America’s Mid-Century Adolescence 

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Two epic photo books–one meticulously edited and compact, the other sprawling and lavish–are the reason we have two of the best photography exhibitions in recent memory in New York right now. At the Metropolitan Museum, the lovingly assembled Looking In: Robert Frank’s The Americans (through January 3) features all the works from that seminal book on the occasion of the 50th anniversary of its publication (first in 1958 in Paris and in the U.S. the following year) together in New York for the first time. At Tony Shafrazi Gallery in Chelsea, the publication of Dennis Hopper Photographs 1961-1967, a huge limited edition volume with a $700 price tag and over 500 images (about half of which have never been published before), provides the occasion to exhibit roughly 400 of those works in Signs of the Times (through October 24).

Frank’s street photographs, taken on a cross-country, Guggenheim fellowship-funded road trip in 1955-56, capture with an outsider’s keen discerning eye the ugly underbelly of supposedly stable Eisenhower America, a place rife with race-, class- and gender-based segregation. In his grant application, he explained his intention to reveal “the kind of civilization born here and spreading elsewhere.” For the Swiss photographer, shooting the 27,000 photographs (eventually pared down to 83) as he drove across the country–sometimes alone, sometimes with his wife and kids–was both an introduction to his new home and a rite of passage, experiencing the country in all its grandeur and heterogeneity in order to integrate it. The selection of Jack Kerouac to write the introduction to the 1959 States-side edition of The Americans seems especially fitting. To say that Frank and Kerouac’s seminal works are reciprocals in their respective fields of photography and literature would be an exaggeration–On the Road was published while Frank was editing The Americans, still under its original title "America, America". However, both revealed the roots of mid-century American society’s unsettling, which came to full bloom in Hopper’s images of the country’s counter-culture the following decade.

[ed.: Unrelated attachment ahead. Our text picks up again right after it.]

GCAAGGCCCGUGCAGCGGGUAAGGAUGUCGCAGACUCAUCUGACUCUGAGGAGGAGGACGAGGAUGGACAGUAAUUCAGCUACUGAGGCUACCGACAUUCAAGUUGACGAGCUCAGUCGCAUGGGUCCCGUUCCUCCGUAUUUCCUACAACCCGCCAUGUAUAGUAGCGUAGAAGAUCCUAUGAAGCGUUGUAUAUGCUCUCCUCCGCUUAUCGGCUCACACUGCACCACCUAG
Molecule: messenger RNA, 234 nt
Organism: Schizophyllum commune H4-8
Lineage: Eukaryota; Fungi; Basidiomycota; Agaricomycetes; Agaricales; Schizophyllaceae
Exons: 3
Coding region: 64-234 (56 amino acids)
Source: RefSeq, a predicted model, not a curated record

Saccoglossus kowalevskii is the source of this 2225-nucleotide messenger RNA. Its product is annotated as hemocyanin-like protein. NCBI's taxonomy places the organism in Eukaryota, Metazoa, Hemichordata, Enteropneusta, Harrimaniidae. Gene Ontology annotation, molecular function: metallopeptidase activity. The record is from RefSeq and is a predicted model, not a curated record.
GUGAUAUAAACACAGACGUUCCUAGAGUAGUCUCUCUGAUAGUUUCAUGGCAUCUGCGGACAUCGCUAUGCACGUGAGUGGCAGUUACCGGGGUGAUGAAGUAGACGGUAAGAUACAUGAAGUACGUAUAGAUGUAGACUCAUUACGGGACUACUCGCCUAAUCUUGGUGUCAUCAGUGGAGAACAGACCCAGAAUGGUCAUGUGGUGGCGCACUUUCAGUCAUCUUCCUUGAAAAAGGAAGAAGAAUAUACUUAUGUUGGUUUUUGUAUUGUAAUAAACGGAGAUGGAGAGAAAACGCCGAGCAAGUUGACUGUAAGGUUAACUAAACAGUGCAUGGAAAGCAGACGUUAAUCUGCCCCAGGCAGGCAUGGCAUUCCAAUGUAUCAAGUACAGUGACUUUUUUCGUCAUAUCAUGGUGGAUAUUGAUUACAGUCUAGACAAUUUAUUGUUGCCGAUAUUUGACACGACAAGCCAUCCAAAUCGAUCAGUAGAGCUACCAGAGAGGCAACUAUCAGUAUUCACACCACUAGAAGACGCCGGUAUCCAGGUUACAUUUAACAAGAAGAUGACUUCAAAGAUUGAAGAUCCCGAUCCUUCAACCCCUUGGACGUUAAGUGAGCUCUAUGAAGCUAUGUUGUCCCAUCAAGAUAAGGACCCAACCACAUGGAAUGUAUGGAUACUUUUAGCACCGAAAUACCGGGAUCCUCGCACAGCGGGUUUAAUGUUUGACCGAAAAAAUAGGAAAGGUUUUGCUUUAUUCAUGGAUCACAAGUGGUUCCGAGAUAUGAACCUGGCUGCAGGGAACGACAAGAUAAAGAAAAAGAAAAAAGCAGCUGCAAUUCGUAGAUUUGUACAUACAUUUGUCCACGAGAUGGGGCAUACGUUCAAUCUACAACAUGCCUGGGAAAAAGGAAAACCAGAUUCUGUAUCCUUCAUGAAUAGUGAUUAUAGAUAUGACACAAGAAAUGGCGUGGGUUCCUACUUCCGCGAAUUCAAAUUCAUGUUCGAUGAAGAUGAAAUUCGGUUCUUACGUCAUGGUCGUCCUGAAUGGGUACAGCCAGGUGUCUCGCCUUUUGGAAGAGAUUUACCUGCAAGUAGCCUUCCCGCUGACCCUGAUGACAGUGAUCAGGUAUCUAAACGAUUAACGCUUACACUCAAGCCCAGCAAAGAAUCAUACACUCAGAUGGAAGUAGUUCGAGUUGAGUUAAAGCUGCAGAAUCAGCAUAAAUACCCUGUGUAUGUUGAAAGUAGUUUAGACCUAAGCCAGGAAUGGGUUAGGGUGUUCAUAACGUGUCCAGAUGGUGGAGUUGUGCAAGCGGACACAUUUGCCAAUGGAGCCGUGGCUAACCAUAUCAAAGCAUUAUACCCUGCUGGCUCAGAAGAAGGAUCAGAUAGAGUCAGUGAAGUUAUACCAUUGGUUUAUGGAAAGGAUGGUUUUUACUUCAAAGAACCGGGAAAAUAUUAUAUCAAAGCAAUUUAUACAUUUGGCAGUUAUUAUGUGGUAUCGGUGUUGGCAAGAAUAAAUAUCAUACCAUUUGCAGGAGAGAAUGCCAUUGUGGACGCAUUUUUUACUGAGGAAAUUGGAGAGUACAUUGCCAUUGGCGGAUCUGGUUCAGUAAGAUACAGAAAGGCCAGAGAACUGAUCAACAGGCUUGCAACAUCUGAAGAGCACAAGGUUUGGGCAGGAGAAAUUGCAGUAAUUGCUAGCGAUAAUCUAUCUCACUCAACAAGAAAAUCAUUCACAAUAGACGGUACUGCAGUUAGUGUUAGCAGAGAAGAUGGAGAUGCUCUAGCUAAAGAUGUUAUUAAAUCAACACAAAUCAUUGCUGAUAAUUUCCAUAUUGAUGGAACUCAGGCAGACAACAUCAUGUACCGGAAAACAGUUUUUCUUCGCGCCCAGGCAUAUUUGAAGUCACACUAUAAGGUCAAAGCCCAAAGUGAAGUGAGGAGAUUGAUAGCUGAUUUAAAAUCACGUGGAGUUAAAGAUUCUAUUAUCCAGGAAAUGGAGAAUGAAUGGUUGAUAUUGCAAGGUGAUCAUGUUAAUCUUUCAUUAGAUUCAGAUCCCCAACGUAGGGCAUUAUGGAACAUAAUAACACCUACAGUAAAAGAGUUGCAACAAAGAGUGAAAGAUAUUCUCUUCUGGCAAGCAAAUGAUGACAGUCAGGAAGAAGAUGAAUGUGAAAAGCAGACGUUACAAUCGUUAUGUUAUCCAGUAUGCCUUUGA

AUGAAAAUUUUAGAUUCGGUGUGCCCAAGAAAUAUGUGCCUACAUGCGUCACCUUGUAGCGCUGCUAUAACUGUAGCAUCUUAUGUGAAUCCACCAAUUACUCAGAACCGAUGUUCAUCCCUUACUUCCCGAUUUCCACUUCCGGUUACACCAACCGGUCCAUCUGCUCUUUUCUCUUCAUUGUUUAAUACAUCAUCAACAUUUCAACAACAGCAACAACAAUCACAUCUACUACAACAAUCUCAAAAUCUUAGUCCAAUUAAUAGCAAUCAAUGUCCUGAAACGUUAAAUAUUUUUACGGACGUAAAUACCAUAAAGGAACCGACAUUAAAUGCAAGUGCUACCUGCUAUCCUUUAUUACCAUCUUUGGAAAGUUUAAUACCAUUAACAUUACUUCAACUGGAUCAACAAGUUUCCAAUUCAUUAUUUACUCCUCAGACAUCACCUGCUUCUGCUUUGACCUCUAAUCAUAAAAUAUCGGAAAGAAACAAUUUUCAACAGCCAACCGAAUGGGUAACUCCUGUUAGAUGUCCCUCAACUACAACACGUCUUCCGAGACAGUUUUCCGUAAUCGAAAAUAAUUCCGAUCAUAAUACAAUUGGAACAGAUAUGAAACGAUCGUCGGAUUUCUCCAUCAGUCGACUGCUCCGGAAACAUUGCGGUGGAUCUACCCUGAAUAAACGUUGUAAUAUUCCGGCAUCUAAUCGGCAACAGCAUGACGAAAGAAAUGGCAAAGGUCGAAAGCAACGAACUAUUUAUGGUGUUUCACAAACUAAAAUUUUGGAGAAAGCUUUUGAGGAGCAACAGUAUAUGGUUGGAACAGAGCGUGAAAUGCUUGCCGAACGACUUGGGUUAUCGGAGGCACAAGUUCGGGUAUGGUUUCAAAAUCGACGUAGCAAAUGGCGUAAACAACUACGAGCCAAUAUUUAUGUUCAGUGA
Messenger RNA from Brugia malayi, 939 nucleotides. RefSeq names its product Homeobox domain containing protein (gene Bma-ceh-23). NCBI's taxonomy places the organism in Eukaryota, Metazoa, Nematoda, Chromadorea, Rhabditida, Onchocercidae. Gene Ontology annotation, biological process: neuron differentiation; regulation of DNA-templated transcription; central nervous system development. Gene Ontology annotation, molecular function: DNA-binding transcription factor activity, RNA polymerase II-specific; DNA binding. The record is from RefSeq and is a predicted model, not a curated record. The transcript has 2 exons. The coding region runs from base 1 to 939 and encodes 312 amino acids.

The Met exhibition sets The Americans in context with a selection of earlier series published by Frank both in Europe and America, works by significant influences on the young photographer’s development, as well as original contact sheets that shed light on the editing process that birthed the book. Incredibly, this painstaking cutting and cropping took longer than Frank’s nine month, 10,000-mile, 30-something state road trip, involving over a year of editing to tease out the strongest tensions and themes in the images. Like his earlier series–most notably Black White and Things (1952), whose 34 images open the exhibition–Frank perfected a poetic sense of rhyme, contrast and rhythm to the creation of photo books. Whether bustling or eerily calm, crowded or desolate, his works are wonderfully composed and textured, imparting a keen sense of place and authenticity with striking clarity.

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